Also, great news Ralph Pugay has been awarded a Joan Mitchell foundation grant. In fact the thread here is that Lavadour is also a Mitchell alum... who knows perhaps he will be in a Venice Biennale as eventually as well. It's a major coupe for such a young artist recently out of art school. Pugay is easily the best purveyor of dark humor in the Northwest.

Posted by Jeff Jahn on January 21, 2013 at 0:11 | Comments (0)


Wednesday 01.16.13

Announcing NOW Portland Trienniale


Announcing... NOW Portland Trienniale in 2015 with a kickoff event February 1st 2013 that will give more details and open a conversation on this multi-location event in the city. The team behind this (some with experience doing the Guangzhou Triennial) has formed a strong coalition with major and mid level Portland arts institutions + international contacts. Here's the official PR:

"A thematic exhibition dedicated to the promotion and dissemination of contemporary ideas. NOW provides a fresh and critical forum to showcase ..."


Posted by Jeff Jahn on January 16, 2013 at 10:40 | Comments (3)


Monday 01.07.13

Monday Links

Kurt Schwitters in exile. Is there a modernist who seems more timely than Schwitters?

Portland was listed as one of the top 12 art places in the USA... 'cept they think the Pearl is the center of activity (I'd say it is only about 33% of the Portland art scene, the near southeast and North Portland together probably eclipse it though If you know anything about Portland's art scene (which all PORT readers do).

Tyler Green has his weekly weekend roundup... always a good thing to check in on.

Posted by Jeff Jahn on January 07, 2013 at 11:04 | Comments (0)


Thursday 01.03.13

Looking at the year ahead

The Portland Tribune published my take on 2013 in the visual arts today, along with predictions by a number of other Portlanders you might recognize.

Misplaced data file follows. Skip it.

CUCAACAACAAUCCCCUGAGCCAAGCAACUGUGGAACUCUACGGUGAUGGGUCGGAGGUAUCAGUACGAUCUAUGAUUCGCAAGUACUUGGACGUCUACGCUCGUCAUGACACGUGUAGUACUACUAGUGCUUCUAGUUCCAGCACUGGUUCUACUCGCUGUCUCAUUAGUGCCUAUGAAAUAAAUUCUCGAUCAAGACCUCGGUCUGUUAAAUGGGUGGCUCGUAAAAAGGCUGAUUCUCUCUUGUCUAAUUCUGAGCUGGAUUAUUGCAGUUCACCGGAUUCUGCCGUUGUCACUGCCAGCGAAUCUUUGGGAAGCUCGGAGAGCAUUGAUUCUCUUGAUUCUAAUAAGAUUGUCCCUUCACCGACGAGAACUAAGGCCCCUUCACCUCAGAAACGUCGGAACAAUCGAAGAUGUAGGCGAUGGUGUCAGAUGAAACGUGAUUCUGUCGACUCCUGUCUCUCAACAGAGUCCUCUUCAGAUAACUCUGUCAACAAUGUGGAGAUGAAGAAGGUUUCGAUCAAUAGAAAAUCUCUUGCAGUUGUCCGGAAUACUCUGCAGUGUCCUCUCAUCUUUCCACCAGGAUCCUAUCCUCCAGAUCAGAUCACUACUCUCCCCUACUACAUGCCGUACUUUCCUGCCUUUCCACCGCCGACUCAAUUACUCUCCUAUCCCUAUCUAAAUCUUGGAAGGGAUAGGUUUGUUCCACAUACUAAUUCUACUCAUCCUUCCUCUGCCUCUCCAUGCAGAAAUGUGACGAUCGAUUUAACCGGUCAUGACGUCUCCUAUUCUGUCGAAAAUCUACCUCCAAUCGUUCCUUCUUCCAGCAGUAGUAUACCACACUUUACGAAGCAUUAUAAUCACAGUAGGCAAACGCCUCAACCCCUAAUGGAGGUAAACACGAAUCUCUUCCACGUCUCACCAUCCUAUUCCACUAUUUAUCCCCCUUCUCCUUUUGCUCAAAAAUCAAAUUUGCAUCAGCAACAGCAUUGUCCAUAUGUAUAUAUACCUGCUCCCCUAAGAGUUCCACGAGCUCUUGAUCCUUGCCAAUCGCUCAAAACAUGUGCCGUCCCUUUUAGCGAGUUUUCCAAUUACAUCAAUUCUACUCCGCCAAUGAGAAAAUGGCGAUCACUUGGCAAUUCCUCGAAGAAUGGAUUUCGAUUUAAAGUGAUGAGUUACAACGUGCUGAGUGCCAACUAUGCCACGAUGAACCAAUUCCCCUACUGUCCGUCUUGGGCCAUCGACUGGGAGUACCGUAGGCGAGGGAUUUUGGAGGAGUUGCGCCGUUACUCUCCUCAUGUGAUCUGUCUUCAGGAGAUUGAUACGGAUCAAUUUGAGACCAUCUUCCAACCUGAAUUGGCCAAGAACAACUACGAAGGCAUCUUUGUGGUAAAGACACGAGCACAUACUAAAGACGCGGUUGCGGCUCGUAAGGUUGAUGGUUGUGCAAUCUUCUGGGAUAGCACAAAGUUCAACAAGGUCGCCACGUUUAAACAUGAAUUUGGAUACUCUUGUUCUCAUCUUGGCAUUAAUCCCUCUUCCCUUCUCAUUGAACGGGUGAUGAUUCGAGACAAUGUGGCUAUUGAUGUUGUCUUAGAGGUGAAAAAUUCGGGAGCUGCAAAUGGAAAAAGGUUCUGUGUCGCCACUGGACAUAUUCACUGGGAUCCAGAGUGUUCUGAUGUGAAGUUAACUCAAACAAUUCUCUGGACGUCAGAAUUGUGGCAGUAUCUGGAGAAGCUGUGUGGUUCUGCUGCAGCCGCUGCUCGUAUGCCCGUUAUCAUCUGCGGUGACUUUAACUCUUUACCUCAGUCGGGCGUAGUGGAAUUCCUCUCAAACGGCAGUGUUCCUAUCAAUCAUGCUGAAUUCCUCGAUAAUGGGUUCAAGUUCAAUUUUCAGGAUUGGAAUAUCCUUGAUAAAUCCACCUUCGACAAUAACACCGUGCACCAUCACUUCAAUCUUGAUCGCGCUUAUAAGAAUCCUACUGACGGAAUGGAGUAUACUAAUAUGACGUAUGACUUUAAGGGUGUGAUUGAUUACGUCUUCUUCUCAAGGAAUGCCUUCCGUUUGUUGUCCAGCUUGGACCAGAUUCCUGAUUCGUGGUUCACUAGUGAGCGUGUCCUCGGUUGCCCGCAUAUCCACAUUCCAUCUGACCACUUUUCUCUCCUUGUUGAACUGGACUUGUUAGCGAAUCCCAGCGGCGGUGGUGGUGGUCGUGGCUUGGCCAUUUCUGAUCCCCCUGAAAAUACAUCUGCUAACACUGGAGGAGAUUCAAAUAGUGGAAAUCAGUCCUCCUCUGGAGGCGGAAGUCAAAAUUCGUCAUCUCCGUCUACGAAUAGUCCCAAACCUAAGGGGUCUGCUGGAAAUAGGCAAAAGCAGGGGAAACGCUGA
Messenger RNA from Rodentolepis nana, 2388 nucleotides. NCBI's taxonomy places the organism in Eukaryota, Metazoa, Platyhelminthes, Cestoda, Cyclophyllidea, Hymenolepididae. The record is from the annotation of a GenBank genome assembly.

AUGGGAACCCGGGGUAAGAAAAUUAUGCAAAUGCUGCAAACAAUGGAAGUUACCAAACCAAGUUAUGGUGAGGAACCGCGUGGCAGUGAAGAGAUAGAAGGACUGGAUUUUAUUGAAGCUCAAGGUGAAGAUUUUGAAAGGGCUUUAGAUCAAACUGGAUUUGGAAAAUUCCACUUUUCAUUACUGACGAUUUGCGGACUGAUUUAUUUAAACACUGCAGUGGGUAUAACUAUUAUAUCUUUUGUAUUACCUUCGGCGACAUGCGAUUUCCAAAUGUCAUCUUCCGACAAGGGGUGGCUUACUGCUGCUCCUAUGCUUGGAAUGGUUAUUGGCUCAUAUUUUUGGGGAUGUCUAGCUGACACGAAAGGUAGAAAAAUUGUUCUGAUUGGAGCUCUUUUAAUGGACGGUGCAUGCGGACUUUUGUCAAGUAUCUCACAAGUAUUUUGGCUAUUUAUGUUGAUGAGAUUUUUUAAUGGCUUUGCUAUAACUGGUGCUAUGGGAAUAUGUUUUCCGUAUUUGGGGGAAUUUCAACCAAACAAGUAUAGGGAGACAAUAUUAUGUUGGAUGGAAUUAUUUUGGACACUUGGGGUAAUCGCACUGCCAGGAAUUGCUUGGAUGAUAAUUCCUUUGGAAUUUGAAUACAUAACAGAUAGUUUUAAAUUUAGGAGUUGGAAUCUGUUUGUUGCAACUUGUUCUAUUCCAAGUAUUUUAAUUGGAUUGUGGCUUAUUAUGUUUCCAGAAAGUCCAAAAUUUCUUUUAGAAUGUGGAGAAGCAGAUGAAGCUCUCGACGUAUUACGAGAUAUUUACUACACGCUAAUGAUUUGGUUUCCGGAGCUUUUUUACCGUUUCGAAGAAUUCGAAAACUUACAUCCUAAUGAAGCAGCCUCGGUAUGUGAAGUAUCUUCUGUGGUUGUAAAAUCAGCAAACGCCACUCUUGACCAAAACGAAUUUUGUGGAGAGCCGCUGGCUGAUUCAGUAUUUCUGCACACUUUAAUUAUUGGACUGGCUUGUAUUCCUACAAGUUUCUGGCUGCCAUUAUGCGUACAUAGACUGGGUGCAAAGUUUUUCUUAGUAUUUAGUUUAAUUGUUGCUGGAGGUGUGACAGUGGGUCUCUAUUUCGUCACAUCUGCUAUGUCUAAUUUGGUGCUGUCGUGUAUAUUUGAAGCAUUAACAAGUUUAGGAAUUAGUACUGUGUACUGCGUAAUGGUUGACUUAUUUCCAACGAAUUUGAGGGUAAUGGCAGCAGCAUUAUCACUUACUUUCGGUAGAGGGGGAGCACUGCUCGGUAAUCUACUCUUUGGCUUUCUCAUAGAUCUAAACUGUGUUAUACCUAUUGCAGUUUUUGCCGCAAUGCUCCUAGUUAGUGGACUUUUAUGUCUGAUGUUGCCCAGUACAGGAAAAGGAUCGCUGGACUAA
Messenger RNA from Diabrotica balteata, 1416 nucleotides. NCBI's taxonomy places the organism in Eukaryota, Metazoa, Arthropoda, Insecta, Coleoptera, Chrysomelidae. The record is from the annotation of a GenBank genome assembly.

Posted by Jeff Jahn on January 03, 2013 at 10:39 | Comments (2)


Thursday 12.27.12

Top Posts for 2012

I'm still compiling PORT's best and worst of 2012 list but it was a year full of art news, reviews and interviews so here are our top 6 most read posts for 2012:

It is surprising that a review of Vicky Lynn Wilson's Cumulus at PCC Sylvania is our most read post of 2012... until you factor in the effect Hurricane Sandy had upon the American psyche.

Every few years I like to do a post introducing some new faces to watch in the scene. Our 2012 edition of fresh faces to the Portland art scene was extremely popular. In many ways it heralded this post commenting on Peter Plagens' article in the Wall Street Journal, in May 2012 (also a popular post but not even in our top 10... which is good because PORT readers already knew plenty about the Portland art scene).

After years of trying to be as itinerant as Portland's alternative spaces PICA finally grew up and stopped couch surfing in Weiden + Kennedy's basement... moving a few blocks away to a building that many design conscious Portlanders have come to love. They learned their lesson the hard way and 7 years is a long time to go without a signature space.